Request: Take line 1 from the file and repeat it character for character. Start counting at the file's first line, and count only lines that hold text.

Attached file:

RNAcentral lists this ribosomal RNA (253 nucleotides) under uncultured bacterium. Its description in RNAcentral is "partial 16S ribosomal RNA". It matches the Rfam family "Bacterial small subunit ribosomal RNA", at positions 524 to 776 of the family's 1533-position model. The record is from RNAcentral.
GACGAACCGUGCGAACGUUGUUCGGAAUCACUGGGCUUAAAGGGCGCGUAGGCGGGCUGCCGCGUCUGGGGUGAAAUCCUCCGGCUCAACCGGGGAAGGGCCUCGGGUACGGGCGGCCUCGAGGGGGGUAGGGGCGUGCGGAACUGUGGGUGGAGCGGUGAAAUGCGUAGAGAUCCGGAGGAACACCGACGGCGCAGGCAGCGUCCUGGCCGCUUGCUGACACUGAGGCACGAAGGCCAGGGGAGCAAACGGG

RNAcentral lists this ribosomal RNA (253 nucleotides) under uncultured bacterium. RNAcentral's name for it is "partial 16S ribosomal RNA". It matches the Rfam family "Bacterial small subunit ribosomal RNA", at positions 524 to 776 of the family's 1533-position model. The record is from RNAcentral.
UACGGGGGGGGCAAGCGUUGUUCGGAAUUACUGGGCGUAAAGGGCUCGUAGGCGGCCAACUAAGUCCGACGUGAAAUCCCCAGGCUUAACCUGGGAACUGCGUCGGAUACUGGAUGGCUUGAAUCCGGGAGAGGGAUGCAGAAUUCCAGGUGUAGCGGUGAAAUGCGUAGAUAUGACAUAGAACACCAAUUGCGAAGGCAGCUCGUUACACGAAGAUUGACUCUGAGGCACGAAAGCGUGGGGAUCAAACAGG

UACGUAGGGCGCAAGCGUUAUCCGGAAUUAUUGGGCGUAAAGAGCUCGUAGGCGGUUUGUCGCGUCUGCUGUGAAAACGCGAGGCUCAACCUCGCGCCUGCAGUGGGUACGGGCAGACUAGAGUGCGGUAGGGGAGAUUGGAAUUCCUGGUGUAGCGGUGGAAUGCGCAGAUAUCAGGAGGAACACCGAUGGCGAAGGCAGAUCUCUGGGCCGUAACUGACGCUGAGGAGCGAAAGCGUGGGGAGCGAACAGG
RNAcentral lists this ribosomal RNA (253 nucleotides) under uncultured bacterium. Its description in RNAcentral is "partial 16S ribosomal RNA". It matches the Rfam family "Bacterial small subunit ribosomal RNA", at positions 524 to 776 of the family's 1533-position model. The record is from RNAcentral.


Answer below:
RNAcentral lists this ribosomal RNA (253 nucleotides) under uncultured bacterium. Its description in RNAcentral is "partial 16S ribosomal RNA". It matches the Rfam family "Bacterial small subunit ribosomal RNA", at positions 524 to 776 of the family's 1533-position model. The record is from RNAcentral.